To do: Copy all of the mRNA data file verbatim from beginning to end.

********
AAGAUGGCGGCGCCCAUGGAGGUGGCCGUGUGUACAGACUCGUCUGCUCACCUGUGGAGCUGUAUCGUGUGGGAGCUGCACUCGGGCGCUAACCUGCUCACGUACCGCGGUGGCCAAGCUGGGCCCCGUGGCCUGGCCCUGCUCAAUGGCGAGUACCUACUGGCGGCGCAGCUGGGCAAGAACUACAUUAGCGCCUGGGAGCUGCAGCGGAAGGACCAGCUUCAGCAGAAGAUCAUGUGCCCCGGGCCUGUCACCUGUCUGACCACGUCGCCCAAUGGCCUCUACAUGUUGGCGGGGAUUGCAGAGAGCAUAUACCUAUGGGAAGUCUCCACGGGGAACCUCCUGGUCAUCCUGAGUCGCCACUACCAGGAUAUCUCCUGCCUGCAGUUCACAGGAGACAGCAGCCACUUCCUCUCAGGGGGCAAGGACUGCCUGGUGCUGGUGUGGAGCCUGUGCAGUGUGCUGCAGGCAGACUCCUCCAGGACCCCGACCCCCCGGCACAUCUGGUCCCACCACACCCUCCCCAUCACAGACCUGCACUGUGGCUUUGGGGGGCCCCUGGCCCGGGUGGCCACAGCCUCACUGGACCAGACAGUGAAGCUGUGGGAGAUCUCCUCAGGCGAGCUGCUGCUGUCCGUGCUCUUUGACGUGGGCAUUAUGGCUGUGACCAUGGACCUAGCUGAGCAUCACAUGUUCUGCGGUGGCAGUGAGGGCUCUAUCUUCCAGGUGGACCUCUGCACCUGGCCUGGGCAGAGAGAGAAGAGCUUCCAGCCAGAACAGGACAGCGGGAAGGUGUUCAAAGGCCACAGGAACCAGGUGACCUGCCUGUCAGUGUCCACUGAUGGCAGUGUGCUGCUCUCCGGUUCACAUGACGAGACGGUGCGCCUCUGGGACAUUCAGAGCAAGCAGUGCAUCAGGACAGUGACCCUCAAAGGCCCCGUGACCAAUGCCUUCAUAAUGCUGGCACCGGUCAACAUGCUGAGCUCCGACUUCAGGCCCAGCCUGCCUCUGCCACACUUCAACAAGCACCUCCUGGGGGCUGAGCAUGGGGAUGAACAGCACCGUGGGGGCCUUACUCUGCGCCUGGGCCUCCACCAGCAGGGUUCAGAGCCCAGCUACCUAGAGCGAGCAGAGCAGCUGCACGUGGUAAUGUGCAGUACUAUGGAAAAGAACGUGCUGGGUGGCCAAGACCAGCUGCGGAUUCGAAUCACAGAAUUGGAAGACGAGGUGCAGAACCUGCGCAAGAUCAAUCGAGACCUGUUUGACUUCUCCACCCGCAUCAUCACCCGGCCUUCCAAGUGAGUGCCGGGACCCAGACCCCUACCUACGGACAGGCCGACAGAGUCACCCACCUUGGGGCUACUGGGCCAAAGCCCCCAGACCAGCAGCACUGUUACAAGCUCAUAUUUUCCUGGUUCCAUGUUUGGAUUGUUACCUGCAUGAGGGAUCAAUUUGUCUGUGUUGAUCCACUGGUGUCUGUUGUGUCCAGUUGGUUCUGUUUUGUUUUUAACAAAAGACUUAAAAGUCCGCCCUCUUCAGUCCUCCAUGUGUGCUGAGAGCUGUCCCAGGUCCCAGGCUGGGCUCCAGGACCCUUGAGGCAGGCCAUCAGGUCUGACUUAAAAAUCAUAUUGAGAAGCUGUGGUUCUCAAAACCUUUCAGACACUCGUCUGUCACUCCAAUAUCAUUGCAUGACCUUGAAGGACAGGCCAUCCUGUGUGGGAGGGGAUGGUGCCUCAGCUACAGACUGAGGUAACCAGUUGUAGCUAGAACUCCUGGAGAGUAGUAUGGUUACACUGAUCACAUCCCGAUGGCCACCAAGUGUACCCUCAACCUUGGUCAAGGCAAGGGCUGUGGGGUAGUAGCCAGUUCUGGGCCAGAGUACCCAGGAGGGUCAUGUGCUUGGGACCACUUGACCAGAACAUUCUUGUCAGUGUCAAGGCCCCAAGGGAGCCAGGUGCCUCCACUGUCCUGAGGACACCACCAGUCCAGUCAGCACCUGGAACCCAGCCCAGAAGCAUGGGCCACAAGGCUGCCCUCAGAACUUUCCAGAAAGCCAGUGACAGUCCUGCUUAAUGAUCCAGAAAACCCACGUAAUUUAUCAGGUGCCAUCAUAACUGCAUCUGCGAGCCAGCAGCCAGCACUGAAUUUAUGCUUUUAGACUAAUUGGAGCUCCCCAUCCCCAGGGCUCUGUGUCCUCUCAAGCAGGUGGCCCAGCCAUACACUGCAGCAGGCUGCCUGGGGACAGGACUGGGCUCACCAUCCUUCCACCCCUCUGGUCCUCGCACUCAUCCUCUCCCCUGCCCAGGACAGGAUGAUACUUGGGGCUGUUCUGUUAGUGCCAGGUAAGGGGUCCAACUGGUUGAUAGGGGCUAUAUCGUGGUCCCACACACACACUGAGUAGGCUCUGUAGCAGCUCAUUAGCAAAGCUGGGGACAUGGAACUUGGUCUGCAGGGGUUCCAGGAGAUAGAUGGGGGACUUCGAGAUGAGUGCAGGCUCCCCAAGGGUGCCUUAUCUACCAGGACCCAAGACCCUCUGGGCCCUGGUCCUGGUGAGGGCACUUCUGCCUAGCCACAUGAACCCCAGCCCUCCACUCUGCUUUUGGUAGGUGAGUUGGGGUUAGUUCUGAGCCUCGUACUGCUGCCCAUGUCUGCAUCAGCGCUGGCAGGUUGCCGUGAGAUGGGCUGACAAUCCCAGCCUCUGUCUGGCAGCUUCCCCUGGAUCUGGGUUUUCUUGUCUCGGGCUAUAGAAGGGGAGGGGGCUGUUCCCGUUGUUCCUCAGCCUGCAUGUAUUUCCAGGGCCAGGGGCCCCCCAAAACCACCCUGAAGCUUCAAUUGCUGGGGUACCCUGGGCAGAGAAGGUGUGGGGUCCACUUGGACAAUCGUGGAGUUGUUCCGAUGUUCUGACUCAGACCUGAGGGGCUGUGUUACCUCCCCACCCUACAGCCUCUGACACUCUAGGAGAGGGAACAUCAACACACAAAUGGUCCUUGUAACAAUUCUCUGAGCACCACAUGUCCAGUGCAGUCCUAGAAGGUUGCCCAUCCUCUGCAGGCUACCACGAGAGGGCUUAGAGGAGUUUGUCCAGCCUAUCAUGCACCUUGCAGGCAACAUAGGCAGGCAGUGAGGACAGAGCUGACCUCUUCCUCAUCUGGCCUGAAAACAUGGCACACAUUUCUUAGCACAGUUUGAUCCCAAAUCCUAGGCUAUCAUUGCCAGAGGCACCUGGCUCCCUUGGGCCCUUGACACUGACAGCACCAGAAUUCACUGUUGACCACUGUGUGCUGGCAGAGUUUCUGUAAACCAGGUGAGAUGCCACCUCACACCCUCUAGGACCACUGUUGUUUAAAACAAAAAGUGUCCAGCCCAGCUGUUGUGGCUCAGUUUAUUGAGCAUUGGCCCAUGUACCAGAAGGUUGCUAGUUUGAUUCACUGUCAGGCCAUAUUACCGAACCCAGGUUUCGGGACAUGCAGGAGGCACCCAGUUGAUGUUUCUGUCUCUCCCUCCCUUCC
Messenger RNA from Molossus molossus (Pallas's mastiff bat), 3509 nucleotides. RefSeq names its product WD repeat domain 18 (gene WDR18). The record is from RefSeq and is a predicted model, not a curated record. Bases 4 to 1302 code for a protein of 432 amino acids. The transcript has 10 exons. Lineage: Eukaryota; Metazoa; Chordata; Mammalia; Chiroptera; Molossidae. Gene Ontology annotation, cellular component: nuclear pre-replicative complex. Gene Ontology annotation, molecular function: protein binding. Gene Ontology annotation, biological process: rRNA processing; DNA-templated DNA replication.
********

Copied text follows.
AAGAUGGCGGCGCCCAUGGAGGUGGCCGUGUGUACAGACUCGUCUGCUCACCUGUGGAGCUGUAUCGUGUGGGAGCUGCACUCGGGCGCUAACCUGCUCACGUACCGCGGUGGCCAAGCUGGGCCCCGUGGCCUGGCCCUGCUCAAUGGCGAGUACCUACUGGCGGCGCAGCUGGGCAAGAACUACAUUAGCGCCUGGGAGCUGCAGCGGAAGGACCAGCUUCAGCAGAAGAUCAUGUGCCCCGGGCCUGUCACCUGUCUGACCACGUCGCCCAAUGGCCUCUACAUGUUGGCGGGGAUUGCAGAGAGCAUAUACCUAUGGGAAGUCUCCACGGGGAACCUCCUGGUCAUCCUGAGUCGCCACUACCAGGAUAUCUCCUGCCUGCAGUUCACAGGAGACAGCAGCCACUUCCUCUCAGGGGGCAAGGACUGCCUGGUGCUGGUGUGGAGCCUGUGCAGUGUGCUGCAGGCAGACUCCUCCAGGACCCCGACCCCCCGGCACAUCUGGUCCCACCACACCCUCCCCAUCACAGACCUGCACUGUGGCUUUGGGGGGCCCCUGGCCCGGGUGGCCACAGCCUCACUGGACCAGACAGUGAAGCUGUGGGAGAUCUCCUCAGGCGAGCUGCUGCUGUCCGUGCUCUUUGACGUGGGCAUUAUGGCUGUGACCAUGGACCUAGCUGAGCAUCACAUGUUCUGCGGUGGCAGUGAGGGCUCUAUCUUCCAGGUGGACCUCUGCACCUGGCCUGGGCAGAGAGAGAAGAGCUUCCAGCCAGAACAGGACAGCGGGAAGGUGUUCAAAGGCCACAGGAACCAGGUGACCUGCCUGUCAGUGUCCACUGAUGGCAGUGUGCUGCUCUCCGGUUCACAUGACGAGACGGUGCGCCUCUGGGACAUUCAGAGCAAGCAGUGCAUCAGGACAGUGACCCUCAAAGGCCCCGUGACCAAUGCCUUCAUAAUGCUGGCACCGGUCAACAUGCUGAGCUCCGACUUCAGGCCCAGCCUGCCUCUGCCACACUUCAACAAGCACCUCCUGGGGGCUGAGCAUGGGGAUGAACAGCACCGUGGGGGCCUUACUCUGCGCCUGGGCCUCCACCAGCAGGGUUCAGAGCCCAGCUACCUAGAGCGAGCAGAGCAGCUGCACGUGGUAAUGUGCAGUACUAUGGAAAAGAACGUGCUGGGUGGCCAAGACCAGCUGCGGAUUCGAAUCACAGAAUUGGAAGACGAGGUGCAGAACCUGCGCAAGAUCAAUCGAGACCUGUUUGACUUCUCCACCCGCAUCAUCACCCGGCCUUCCAAGUGAGUGCCGGGACCCAGACCCCUACCUACGGACAGGCCGACAGAGUCACCCACCUUGGGGCUACUGGGCCAAAGCCCCCAGACCAGCAGCACUGUUACAAGCUCAUAUUUUCCUGGUUCCAUGUUUGGAUUGUUACCUGCAUGAGGGAUCAAUUUGUCUGUGUUGAUCCACUGGUGUCUGUUGUGUCCAGUUGGUUCUGUUUUGUUUUUAACAAAAGACUUAAAAGUCCGCCCUCUUCAGUCCUCCAUGUGUGCUGAGAGCUGUCCCAGGUCCCAGGCUGGGCUCCAGGACCCUUGAGGCAGGCCAUCAGGUCUGACUUAAAAAUCAUAUUGAGAAGCUGUGGUUCUCAAAACCUUUCAGACACUCGUCUGUCACUCCAAUAUCAUUGCAUGACCUUGAAGGACAGGCCAUCCUGUGUGGGAGGGGAUGGUGCCUCAGCUACAGACUGAGGUAACCAGUUGUAGCUAGAACUCCUGGAGAGUAGUAUGGUUACACUGAUCACAUCCCGAUGGCCACCAAGUGUACCCUCAACCUUGGUCAAGGCAAGGGCUGUGGGGUAGUAGCCAGUUCUGGGCCAGAGUACCCAGGAGGGUCAUGUGCUUGGGACCACUUGACCAGAACAUUCUUGUCAGUGUCAAGGCCCCAAGGGAGCCAGGUGCCUCCACUGUCCUGAGGACACCACCAGUCCAGUCAGCACCUGGAACCCAGCCCAGAAGCAUGGGCCACAAGGCUGCCCUCAGAACUUUCCAGAAAGCCAGUGACAGUCCUGCUUAAUGAUCCAGAAAACCCACGUAAUUUAUCAGGUGCCAUCAUAACUGCAUCUGCGAGCCAGCAGCCAGCACUGAAUUUAUGCUUUUAGACUAAUUGGAGCUCCCCAUCCCCAGGGCUCUGUGUCCUCUCAAGCAGGUGGCCCAGCCAUACACUGCAGCAGGCUGCCUGGGGACAGGACUGGGCUCACCAUCCUUCCACCCCUCUGGUCCUCGCACUCAUCCUCUCCCCUGCCCAGGACAGGAUGAUACUUGGGGCUGUUCUGUUAGUGCCAGGUAAGGGGUCCAACUGGUUGAUAGGGGCUAUAUCGUGGUCCCACACACACACUGAGUAGGCUCUGUAGCAGCUCAUUAGCAAAGCUGGGGACAUGGAACUUGGUCUGCAGGGGUUCCAGGAGAUAGAUGGGGGACUUCGAGAUGAGUGCAGGCUCCCCAAGGGUGCCUUAUCUACCAGGACCCAAGACCCUCUGGGCCCUGGUCCUGGUGAGGGCACUUCUGCCUAGCCACAUGAACCCCAGCCCUCCACUCUGCUUUUGGUAGGUGAGUUGGGGUUAGUUCUGAGCCUCGUACUGCUGCCCAUGUCUGCAUCAGCGCUGGCAGGUUGCCGUGAGAUGGGCUGACAAUCCCAGCCUCUGUCUGGCAGCUUCCCCUGGAUCUGGGUUUUCUUGUCUCGGGCUAUAGAAGGGGAGGGGGCUGUUCCCGUUGUUCCUCAGCCUGCAUGUAUUUCCAGGGCCAGGGGCCCCCCAAAACCACCCUGAAGCUUCAAUUGCUGGGGUACCCUGGGCAGAGAAGGUGUGGGGUCCACUUGGACAAUCGUGGAGUUGUUCCGAUGUUCUGACUCAGACCUGAGGGGCUGUGUUACCUCCCCACCCUACAGCCUCUGACACUCUAGGAGAGGGAACAUCAACACACAAAUGGUCCUUGUAACAAUUCUCUGAGCACCACAUGUCCAGUGCAGUCCUAGAAGGUUGCCCAUCCUCUGCAGGCUACCACGAGAGGGCUUAGAGGAGUUUGUCCAGCCUAUCAUGCACCUUGCAGGCAACAUAGGCAGGCAGUGAGGACAGAGCUGACCUCUUCCUCAUCUGGCCUGAAAACAUGGCACACAUUUCUUAGCACAGUUUGAUCCCAAAUCCUAGGCUAUCAUUGCCAGAGGCACCUGGCUCCCUUGGGCCCUUGACACUGACAGCACCAGAAUUCACUGUUGACCACUGUGUGCUGGCAGAGUUUCUGUAAACCAGGUGAGAUGCCACCUCACACCCUCUAGGACCACUGUUGUUUAAAACAAAAAGUGUCCAGCCCAGCUGUUGUGGCUCAGUUUAUUGAGCAUUGGCCCAUGUACCAGAAGGUUGCUAGUUUGAUUCACUGUCAGGCCAUAUUACCGAACCCAGGUUUCGGGACAUGCAGGAGGCACCCAGUUGAUGUUUCUGUCUCUCCCUCCCUUCC
Messenger RNA from Molossus molossus (Pallas's mastiff bat), 3509 nucleotides. RefSeq names its product WD repeat domain 18 (gene WDR18). The record is from RefSeq and is a predicted model, not a curated record. Bases 4 to 1302 code for a protein of 432 amino acids. The transcript has 10 exons. Lineage: Eukaryota; Metazoa; Chordata; Mammalia; Chiroptera; Molossidae. Gene Ontology annotation, cellular component: nuclear pre-replicative complex. Gene Ontology annotation, molecular function: protein binding. Gene Ontology annotation, biological process: rRNA processing; DNA-templated DNA replication.